When PaperTigers’ book reviewer Abigail Sawyer mentioned to me that she is going to be hosting a Blog Carnival about bilingualism over at Speaking in Tongues, she got me thinking. Again. I first started mulling over bilingual children’s books here in relation to Tulika Books, a publisher in India that produces bilingual books in many different Indian languages alongside English, and to former IBBY Preisdent and founder of Groundwood Books Patsy Aldana’s comments in an interview with PaperTigers, and I will quote them again here:
I have always been opposed to the use of bilingual books, however given that Spanish-only books hardly sell at all, I have had to accept that books in Spanish can only reach Latinos if they are bilingual. This goes against everything I believe and know to be true about language instruction, the joy of reading in your mother tongue…
I was surprised by Aldana’s dislike of bilingual books because I love them and my children love them, and I have found that they can be a joy for inquisitive children seeking to learn independently – but I do realise that our contexts are different. Aldana’s dislike of them seems to stem from their being a substitute for monolingual Spanish books in an English-biased market, and she has found a pragmatic way of providing books in their mother-tongue to the Latino community in North America.
We love reading bilingual books because, although our main vehicle is the English, having another language running alongside, often enhances the reading experience for us, especially where the setting of the story is culturally appropriate to the language. This is true even when we can’t read the script, because even without being able to understand it, we can sometimes pull out certain consistencies. Seeing the writing always provides a glimpse of that different culture.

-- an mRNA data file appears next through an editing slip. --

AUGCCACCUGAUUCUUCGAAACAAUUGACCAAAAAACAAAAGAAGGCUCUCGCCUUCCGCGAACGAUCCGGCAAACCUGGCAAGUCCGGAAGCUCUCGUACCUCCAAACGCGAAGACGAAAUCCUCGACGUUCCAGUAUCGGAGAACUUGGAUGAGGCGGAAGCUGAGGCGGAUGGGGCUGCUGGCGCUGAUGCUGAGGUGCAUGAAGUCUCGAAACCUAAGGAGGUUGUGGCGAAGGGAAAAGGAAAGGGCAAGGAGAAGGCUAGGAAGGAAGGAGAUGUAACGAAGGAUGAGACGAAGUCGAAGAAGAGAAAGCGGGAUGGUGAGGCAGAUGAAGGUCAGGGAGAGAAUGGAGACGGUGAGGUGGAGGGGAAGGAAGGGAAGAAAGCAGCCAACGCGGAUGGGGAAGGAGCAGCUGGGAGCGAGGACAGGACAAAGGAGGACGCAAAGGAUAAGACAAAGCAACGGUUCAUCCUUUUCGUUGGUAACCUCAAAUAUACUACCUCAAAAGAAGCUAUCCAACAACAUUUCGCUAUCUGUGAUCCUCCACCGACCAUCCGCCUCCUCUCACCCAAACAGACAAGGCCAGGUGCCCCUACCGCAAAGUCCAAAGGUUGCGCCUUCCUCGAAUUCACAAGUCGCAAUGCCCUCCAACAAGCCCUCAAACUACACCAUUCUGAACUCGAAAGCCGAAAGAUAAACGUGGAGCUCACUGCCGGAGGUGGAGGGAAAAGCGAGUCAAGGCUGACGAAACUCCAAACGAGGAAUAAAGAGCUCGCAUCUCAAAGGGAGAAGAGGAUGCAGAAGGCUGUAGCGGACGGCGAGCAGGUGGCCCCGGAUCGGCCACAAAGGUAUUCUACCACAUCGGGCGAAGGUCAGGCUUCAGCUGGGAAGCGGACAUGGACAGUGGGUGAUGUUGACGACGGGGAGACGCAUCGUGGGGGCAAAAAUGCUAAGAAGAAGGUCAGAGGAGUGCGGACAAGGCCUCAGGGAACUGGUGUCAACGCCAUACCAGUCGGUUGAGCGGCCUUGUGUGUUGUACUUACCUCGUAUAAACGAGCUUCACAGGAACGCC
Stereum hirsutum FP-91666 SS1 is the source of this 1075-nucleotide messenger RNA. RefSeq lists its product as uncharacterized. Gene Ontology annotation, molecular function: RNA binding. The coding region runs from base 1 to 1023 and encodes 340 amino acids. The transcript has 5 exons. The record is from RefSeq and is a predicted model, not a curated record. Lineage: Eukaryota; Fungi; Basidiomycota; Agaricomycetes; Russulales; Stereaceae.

One of my favorite books of the last few year’s is Jorge Luján’s Tarde de invierno/ Winter Afternoon, published by Groundwood Books – and without the original Spanish and the English lying alongside eachother, we would not have been able to appreciate so fully the simply gorgeous animation Jorge and his family produced of the book (watch it here). Some authors like Yuyi Morales effortlessly slide between English and Spanish (we love her delightful Señor Calavera and Grandma Beetle books, Just a Minute and Just in Case). Some books provide a parallel experience of language, like Demi’s Bamboo Hats and a Rice Cake or Ed Young’s Beyond the Great Mountains. None of these books is truly bilingual, in that they do not provide a similar reading experience regardless of which of the two languages you approach the story from – but they all offer a bridge between languages and cultures that is not to be understimated.
It would be very interesting to hear about the experiences and needs of truly bilingual parents and children. If you are bringing up bilingual children or have bilingual children in your class, do you or they seek out bilingual books? Are you frustrated by what’s out there – and what’s not? Do you have any special recommendations? We’d love to hear from you. And do go and take a look at the Speaking in Tongues Carnival.